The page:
Spring 1936, a young unemployed communist, David, leaves his hometown Liverpool to join the fight against fascism in Spain. He joins an international group of Militia-men and women, the ... See full summary »
An investigation of the massacre of 24 men, women and children in Haditha, Iraq allegedly shot by 4 U.S. Marines in retaliation for the death of a U.S. Marine killed by a roadside bomb. The movie follows the story of the Marines of Kilo Company, an Iraqi family, and the insurgents who plant the roadside bomb.
Documentary-style drama showing the events that lead up to the tragic incident on January 30, 1972 in the Northern Ireland town of Derry when a protest march led by civil rights activist Ivan Cooper was fired upon by British troops, killing 13 protesters and wounding 14 more. Written by
As Ivan Cooper exits home, a theater can be seen, where the movie Sunday Bloody Sunday, which was actually showing at the time, is showing. See more »
The marchers carry homemade cardboard signs with slogans written on them. When shown from behind, some have modern printing ("Made in China") on them that are not appropriate for 1972. See more »
I just want to say this to the British Government... You know what you've just done, don't you? You've destroyed the civil rights movement, and you've given the IRA the biggest victory it will ever have. All over this city tonight, young men... boys will be joining the IRA, and you will reap a whirlwind.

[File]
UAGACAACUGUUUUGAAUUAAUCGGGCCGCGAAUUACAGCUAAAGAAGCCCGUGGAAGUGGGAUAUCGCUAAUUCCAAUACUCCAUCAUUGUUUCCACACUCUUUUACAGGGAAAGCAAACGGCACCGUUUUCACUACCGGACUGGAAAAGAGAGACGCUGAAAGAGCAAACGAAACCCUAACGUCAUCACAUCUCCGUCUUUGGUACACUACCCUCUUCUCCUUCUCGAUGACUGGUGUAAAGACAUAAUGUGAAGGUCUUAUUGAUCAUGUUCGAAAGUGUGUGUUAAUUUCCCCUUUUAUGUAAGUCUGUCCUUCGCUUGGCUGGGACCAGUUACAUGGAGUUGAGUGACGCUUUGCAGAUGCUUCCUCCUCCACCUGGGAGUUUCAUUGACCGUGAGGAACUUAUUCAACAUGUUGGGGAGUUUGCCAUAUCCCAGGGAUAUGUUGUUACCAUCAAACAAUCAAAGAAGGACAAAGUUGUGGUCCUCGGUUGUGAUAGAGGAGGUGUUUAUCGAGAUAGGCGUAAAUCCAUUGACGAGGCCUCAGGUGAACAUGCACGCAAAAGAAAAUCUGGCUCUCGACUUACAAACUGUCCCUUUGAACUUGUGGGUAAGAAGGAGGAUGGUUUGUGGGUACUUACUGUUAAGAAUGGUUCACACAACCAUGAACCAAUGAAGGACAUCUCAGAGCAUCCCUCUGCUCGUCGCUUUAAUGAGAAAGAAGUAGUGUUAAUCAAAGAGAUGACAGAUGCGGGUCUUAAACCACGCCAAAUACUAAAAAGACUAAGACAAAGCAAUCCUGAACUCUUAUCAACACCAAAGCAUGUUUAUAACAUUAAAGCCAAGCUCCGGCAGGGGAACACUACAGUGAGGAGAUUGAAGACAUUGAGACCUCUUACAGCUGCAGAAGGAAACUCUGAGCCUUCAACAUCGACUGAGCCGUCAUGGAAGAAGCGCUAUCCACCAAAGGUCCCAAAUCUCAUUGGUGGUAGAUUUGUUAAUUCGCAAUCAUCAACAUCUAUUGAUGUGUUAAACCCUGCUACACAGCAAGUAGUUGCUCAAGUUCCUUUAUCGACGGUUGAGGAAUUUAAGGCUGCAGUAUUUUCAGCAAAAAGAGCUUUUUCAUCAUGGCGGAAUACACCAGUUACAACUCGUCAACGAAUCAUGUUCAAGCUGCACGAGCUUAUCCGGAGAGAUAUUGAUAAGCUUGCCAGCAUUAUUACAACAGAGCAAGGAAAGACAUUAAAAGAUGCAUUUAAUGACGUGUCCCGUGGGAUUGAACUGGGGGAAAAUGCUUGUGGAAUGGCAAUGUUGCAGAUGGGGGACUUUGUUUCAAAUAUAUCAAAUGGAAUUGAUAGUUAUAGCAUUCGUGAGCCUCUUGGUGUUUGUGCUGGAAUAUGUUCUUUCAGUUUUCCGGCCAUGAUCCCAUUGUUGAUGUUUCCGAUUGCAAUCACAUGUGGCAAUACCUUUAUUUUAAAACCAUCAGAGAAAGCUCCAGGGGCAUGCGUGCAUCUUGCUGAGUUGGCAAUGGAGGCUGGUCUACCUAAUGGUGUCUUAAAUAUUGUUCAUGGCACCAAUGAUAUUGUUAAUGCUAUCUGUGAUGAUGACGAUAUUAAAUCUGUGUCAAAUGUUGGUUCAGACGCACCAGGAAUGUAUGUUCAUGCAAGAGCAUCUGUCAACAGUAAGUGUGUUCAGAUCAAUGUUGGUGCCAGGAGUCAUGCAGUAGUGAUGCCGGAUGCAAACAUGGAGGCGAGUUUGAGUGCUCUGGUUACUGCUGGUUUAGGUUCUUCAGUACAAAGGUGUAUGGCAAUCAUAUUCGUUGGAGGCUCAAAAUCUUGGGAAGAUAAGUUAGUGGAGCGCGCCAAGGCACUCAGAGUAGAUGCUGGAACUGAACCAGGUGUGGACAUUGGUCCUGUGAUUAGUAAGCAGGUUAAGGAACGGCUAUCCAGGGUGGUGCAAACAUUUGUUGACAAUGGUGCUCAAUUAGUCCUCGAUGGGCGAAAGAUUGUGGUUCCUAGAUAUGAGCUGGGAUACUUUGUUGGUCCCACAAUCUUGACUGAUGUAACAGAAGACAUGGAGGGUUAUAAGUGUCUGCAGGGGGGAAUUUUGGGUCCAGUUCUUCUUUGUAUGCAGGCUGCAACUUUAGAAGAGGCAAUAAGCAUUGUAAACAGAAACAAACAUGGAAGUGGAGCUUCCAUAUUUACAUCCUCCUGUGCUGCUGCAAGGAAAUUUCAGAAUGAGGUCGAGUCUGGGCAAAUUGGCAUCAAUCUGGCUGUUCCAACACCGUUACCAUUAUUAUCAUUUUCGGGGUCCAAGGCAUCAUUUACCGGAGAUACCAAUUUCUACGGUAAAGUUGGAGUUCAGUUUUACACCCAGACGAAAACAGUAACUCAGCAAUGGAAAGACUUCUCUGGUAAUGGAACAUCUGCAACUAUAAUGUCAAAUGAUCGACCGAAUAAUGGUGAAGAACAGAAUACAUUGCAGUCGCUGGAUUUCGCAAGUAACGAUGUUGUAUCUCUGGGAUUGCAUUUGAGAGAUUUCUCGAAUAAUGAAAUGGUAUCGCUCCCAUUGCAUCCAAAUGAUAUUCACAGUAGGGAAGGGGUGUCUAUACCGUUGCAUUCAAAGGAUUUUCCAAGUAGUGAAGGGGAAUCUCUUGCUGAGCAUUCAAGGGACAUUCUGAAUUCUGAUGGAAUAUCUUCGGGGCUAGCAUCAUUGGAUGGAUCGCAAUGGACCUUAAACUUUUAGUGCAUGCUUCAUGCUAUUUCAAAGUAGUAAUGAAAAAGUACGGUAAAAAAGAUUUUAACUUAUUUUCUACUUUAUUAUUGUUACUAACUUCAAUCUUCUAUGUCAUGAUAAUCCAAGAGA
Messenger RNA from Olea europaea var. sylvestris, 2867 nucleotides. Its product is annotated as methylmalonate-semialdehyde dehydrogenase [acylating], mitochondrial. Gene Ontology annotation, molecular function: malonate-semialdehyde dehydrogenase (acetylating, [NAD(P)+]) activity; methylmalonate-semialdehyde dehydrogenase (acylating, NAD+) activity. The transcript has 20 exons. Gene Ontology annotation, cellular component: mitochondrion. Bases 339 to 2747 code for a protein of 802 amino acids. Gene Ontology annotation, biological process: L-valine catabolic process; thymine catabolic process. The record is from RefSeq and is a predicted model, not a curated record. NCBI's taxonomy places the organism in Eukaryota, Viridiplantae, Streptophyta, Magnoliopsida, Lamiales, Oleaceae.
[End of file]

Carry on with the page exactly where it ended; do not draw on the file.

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After listing the casualties of the indicident portrayed in the film it adds, "More than 3000 people have been killed during the Troubles in Northern Ireland." See more »
Normally I don't enjoy the handheld documentary style films, as they tend to induce waves of nausea, but Bloody Sunday had me riveted from the word go. That we already know how it's going to end is irrelevant, the pressure building on the day of the march is almost unbearable. Though there's been criticism that the film is slanted towards the republican point of view, I found it balanced, even in the depiction of the soldiers and officers. Everybody certainly looked the part and I went away feeling some sympathy for both sides. Given the close quarters and inflammatory nature of the conflict, it's amazing that bloodbaths like this (soldiers blasting civilians) haven't happened more often in Northern Ireland. It's only now, that retired soldiers have broken ranks and talked about what actually happened, that a film like this can see the light of day.
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